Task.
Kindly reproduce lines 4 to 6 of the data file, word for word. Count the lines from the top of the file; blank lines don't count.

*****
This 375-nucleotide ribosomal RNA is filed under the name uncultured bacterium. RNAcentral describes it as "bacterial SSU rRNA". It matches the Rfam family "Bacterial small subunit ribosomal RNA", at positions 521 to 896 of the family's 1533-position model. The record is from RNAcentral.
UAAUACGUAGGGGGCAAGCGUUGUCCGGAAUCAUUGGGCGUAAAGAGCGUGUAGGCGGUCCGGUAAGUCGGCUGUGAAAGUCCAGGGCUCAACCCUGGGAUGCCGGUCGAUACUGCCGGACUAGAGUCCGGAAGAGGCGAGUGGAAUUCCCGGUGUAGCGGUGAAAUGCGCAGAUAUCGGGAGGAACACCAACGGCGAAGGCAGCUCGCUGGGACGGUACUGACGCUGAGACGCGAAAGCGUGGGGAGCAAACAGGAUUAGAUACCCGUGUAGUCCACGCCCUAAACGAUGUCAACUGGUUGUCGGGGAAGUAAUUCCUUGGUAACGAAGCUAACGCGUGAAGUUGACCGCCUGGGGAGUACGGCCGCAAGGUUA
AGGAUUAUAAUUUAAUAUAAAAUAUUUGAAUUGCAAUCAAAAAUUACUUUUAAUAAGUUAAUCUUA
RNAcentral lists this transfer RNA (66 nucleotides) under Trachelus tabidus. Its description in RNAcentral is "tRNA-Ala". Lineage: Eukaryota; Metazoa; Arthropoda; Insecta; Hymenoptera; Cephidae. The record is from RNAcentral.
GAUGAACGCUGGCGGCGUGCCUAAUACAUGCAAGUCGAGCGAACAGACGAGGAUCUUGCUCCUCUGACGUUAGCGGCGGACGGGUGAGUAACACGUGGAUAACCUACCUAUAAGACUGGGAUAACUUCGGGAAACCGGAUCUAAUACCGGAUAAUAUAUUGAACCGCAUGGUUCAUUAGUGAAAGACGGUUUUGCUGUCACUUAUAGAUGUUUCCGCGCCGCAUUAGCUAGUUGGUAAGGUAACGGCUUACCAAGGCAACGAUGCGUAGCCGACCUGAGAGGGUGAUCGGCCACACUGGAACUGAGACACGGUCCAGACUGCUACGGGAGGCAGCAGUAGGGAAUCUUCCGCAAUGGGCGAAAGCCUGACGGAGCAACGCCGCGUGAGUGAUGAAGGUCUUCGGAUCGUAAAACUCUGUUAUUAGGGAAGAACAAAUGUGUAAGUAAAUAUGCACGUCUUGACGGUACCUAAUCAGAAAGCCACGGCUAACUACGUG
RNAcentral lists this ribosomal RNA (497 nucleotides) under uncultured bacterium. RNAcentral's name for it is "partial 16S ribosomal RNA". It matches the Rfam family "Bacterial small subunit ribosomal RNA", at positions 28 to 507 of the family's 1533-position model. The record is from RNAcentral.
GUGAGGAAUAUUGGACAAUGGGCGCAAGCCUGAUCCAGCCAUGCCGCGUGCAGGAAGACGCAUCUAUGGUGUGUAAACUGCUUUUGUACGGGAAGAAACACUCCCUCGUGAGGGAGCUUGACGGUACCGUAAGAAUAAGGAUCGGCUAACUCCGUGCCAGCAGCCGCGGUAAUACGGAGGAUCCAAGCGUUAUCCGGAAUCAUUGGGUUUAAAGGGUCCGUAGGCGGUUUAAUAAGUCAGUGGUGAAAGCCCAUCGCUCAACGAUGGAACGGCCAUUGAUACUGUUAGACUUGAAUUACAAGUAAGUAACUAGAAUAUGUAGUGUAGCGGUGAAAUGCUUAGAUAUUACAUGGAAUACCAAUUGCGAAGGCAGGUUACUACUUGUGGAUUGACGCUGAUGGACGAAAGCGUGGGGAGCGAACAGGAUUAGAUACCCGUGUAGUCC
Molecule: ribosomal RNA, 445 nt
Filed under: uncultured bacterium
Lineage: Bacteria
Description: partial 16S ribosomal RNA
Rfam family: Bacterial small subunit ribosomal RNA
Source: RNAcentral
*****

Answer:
RNAcentral lists this transfer RNA (66 nucleotides) under Trachelus tabidus. Its description in RNAcentral is "tRNA-Ala". Lineage: Eukaryota; Metazoa; Arthropoda; Insecta; Hymenoptera; Cephidae. The record is from RNAcentral.
GAUGAACGCUGGCGGCGUGCCUAAUACAUGCAAGUCGAGCGAACAGACGAGGAUCUUGCUCCUCUGACGUUAGCGGCGGACGGGUGAGUAACACGUGGAUAACCUACCUAUAAGACUGGGAUAACUUCGGGAAACCGGAUCUAAUACCGGAUAAUAUAUUGAACCGCAUGGUUCAUUAGUGAAAGACGGUUUUGCUGUCACUUAUAGAUGUUUCCGCGCCGCAUUAGCUAGUUGGUAAGGUAACGGCUUACCAAGGCAACGAUGCGUAGCCGACCUGAGAGGGUGAUCGGCCACACUGGAACUGAGACACGGUCCAGACUGCUACGGGAGGCAGCAGUAGGGAAUCUUCCGCAAUGGGCGAAAGCCUGACGGAGCAACGCCGCGUGAGUGAUGAAGGUCUUCGGAUCGUAAAACUCUGUUAUUAGGGAAGAACAAAUGUGUAAGUAAAUAUGCACGUCUUGACGGUACCUAAUCAGAAAGCCACGGCUAACUACGUG
RNAcentral lists this ribosomal RNA (497 nucleotides) under uncultured bacterium. RNAcentral's name for it is "partial 16S ribosomal RNA". It matches the Rfam family "Bacterial small subunit ribosomal RNA", at positions 28 to 507 of the family's 1533-position model. The record is from RNAcentral.